HAD - (Hit-points, higher = tougher enemy)
SPD - Speed of enemy (4= idle, 1= fast)
MOV - Movement pattern of enemy (16 options, see chart below for patterns)
FIR - Fire pattern of enemy (16 options, see chart below for patterns)
FNP - Amount of bullets enemy fires quickly (255 = bullet hell!)
3) Design a medium/miniboss 32x32 enemy
4 tiles (2x2) which composes 1 medium-sized/mini-boss enemy. No animation.
Same navigation as above, but bigger sprite.
4) Design a large/boss 48x48 enemy
9 tiles (3x3) which composes 1 large-sized/boss enemy. No animation
Same as above but with the biggest sprite.
Chart of Enemy Movement and Attack Patterns
As mentioned above, the enemies' movement and fire patterns are adjusted using the MOV/FIR attributes.
*Note - Large/Medium enemies have a different movement pattern table than Small enemies. All enemies use the same FIR attribute table though.
(click image for full size)
5) Draw the scenery objects for your level
16 tiles to create whatever scenery you like.
6) Place the scenery objects into your level
Here is where you place the scenery objects you created.
- The objects are laid out at the bottom of the screen. Simply click and place them into your level using the B button.
- The arrows scroll the map up/down.
- The top arrows scrolls in large increments, the bottom arrows scrolls in small increments
7) Design the layout of the enemies for your level
Here is where you place the enemies you created into your level.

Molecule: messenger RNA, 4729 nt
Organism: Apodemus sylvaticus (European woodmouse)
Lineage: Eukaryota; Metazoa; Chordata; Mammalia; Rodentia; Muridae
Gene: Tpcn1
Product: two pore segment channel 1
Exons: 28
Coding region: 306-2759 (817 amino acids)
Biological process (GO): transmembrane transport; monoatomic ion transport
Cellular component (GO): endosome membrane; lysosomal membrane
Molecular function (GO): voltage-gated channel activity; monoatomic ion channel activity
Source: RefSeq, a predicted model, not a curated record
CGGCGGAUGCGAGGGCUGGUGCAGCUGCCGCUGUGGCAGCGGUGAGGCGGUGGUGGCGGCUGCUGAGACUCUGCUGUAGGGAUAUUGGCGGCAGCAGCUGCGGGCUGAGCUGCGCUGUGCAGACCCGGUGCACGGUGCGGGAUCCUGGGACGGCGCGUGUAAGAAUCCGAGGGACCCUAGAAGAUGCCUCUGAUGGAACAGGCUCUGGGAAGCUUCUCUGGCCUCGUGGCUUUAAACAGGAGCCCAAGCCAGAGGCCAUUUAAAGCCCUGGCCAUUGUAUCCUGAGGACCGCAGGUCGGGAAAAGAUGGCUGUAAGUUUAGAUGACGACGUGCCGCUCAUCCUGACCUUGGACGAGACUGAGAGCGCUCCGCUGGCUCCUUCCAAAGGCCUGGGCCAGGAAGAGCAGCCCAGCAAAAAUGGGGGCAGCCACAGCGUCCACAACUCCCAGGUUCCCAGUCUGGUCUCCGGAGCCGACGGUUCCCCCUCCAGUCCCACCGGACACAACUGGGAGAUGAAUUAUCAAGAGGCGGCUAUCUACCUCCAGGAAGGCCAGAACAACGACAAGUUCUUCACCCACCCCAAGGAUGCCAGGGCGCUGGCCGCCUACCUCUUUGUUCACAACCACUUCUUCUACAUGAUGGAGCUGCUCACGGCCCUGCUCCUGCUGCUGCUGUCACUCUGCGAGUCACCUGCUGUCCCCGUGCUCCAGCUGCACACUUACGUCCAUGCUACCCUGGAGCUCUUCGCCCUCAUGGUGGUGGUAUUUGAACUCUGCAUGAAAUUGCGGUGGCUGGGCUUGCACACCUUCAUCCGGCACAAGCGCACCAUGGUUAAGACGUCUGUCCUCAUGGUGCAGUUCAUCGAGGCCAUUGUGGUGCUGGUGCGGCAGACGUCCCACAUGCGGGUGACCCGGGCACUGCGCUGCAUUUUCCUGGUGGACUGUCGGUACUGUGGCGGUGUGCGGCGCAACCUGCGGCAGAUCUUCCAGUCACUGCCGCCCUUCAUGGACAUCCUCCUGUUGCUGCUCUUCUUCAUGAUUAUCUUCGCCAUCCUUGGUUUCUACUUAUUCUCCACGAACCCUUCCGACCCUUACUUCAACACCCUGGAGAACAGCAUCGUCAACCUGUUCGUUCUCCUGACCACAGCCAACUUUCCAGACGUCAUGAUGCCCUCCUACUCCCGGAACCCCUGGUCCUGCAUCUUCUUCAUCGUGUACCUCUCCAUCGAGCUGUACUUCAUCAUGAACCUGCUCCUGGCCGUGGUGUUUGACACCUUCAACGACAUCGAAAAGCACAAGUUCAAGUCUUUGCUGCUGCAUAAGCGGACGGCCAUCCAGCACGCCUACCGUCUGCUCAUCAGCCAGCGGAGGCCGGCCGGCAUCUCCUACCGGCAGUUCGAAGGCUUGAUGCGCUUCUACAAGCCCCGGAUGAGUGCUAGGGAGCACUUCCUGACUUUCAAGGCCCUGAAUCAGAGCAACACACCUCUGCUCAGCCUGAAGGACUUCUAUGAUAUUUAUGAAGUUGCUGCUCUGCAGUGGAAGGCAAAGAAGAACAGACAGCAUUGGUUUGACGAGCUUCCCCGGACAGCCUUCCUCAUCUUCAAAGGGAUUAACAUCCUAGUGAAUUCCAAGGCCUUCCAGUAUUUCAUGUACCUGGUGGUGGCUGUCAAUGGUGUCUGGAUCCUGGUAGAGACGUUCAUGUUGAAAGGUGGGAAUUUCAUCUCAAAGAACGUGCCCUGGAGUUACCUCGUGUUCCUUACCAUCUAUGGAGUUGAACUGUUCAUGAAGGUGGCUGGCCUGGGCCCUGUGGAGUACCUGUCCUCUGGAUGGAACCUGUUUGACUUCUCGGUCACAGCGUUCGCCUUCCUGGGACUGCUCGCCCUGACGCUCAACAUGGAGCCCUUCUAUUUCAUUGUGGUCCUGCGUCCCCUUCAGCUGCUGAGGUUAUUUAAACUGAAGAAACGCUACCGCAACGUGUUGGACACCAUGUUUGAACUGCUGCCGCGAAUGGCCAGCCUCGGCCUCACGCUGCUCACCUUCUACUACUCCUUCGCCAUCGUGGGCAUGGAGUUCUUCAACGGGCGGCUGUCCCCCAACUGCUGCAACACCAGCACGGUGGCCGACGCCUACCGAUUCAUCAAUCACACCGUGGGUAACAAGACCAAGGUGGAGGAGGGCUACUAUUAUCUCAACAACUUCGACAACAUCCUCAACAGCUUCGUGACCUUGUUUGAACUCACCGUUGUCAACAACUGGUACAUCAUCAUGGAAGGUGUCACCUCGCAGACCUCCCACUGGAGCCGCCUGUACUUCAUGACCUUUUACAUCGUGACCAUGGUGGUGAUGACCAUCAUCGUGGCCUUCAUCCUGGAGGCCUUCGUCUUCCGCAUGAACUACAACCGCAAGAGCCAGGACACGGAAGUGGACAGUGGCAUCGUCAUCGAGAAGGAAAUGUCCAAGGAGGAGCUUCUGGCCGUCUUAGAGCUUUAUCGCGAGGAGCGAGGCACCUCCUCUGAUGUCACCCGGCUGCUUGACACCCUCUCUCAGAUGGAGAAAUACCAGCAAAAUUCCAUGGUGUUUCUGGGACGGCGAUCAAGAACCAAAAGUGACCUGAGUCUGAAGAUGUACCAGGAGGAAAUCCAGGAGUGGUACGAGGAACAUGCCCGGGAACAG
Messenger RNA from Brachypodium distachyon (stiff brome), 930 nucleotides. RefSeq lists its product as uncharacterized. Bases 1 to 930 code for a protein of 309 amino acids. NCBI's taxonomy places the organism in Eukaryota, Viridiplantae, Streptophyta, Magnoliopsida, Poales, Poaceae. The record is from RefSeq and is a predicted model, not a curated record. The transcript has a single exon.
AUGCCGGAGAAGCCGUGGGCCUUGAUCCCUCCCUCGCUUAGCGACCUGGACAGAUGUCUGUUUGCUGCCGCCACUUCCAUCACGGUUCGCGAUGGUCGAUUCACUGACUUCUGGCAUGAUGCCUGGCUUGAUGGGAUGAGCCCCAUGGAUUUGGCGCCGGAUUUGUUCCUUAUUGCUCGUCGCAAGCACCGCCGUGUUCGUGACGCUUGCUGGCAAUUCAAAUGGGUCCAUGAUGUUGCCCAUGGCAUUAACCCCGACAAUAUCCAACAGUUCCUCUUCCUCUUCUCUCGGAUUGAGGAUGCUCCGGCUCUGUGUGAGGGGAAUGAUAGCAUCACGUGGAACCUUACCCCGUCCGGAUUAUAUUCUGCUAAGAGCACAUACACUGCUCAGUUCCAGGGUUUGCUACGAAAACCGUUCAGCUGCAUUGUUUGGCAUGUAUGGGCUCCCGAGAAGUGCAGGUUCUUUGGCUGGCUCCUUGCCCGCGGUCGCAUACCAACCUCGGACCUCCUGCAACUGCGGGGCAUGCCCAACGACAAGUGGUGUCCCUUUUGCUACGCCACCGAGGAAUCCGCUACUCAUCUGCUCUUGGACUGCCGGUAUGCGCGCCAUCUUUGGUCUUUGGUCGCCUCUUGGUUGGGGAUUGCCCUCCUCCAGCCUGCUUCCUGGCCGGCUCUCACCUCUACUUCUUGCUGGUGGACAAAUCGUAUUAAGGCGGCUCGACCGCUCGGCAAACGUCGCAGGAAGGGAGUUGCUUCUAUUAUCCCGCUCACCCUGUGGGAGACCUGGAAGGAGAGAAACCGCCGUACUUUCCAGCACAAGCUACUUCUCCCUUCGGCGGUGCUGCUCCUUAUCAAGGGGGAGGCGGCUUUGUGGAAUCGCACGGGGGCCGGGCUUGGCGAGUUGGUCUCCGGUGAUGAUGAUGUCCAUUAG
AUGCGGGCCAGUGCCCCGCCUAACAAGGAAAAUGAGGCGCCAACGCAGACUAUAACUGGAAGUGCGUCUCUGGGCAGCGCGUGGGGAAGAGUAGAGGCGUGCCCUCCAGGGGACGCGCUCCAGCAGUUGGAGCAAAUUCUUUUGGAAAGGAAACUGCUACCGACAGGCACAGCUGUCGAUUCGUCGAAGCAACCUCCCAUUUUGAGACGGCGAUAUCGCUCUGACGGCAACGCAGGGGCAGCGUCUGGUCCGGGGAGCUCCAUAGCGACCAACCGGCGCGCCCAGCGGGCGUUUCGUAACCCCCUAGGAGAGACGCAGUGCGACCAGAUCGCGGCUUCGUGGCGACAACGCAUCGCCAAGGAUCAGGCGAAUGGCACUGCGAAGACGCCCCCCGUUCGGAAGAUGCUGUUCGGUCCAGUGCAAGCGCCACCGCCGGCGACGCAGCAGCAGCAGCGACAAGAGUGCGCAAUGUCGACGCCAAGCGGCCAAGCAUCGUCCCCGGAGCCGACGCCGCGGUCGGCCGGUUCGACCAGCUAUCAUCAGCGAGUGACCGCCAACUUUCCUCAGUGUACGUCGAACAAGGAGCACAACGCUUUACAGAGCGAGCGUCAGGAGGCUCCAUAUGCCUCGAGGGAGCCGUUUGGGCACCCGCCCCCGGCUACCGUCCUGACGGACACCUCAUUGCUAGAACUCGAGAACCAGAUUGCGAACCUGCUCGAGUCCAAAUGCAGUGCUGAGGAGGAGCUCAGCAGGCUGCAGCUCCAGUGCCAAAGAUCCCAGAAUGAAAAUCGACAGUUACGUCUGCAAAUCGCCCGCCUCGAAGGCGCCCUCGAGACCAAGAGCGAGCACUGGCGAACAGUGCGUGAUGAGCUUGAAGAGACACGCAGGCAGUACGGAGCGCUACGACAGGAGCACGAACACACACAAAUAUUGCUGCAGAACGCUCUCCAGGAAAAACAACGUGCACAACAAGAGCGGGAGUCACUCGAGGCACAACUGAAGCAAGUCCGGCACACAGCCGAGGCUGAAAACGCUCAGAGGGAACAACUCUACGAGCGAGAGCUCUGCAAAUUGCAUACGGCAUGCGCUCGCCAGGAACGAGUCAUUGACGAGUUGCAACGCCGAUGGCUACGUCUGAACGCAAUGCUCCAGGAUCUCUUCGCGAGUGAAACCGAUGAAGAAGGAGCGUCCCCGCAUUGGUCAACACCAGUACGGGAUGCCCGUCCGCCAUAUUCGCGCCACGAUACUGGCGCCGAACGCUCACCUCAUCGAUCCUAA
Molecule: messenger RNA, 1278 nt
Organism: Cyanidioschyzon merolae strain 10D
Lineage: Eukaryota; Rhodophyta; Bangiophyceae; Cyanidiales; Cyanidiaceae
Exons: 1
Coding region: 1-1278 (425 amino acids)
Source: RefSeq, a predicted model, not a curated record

(works just like scenery editor above)
* Helpful tip * - You can use a turbo controller to speed up the tile placing/erasing process.
8) Select the music for this stage
(Choose one of 3 songs)
9) Exit the editor to main menu
 Title Design menu:
Here is where you make the title screen for your game! It consists of a 7x2 tile area, or 112x32 pixels.
 Credits Design menu:
 Level Test
This is where you can play-test through a level that you made. You can select between levels 1,2 and 3. This is great for debugging.
 Music Composer
Last but not least, the music composer!
This is actually a fairly decent music making machine, pre-Mario Paint. It includes a DPCM drum kit as well as tone and tempo control.
BGM - Selects the background music
1 = Level 1 music
2 = Level 2 music
3 = Level 3 music
4 = Boss Theme music
5 = Credits Screen music
6 = Title Screen music
TEMPO - Selects the tempo
33 different levels, from 20BPM all the way to 900BPM
ToneA - Tone for Square 1 channel (24 options)
ToneB - Tone for Square 2 channel (24 options)
Music Notes - (left to right)
Notes: Half note, Quarter note, Dotted Quarter note, Eighth note, Dotted Eighth note, Sixteenth note.
Rests: Half rest, Quarter rest, Eighth rest, Dotted Eighth rest, Sixteenth rest
On the far right of the Rests is the Sharp.
Playback (green buttons) - (left to right)
Playback single frame
Play entire song
Bar Editor - 12 measures, divided into 4 instruments:
A> Tone A
B> Tone B
C> Triangle (bass tones)
D> Drum kit
Musical Staff - This is where you place the notes (3 octaves).
If you've skimmed through the entire guide you should have a pretty good understanding of Dezaemon, now the only thing that limits you is your imagination. Enjoy!
Feel free to share your creations. If you have pics or a video of your shmup, feel free to share it on the "FC Dezaemon Fans - Collected Works" portion of the site. It'd be cool to see what people can make with this fun kit.
If you have any questions/comments/feedback, or want to send in a creation, leave a comment below or send me an email firstname.lastname@example.org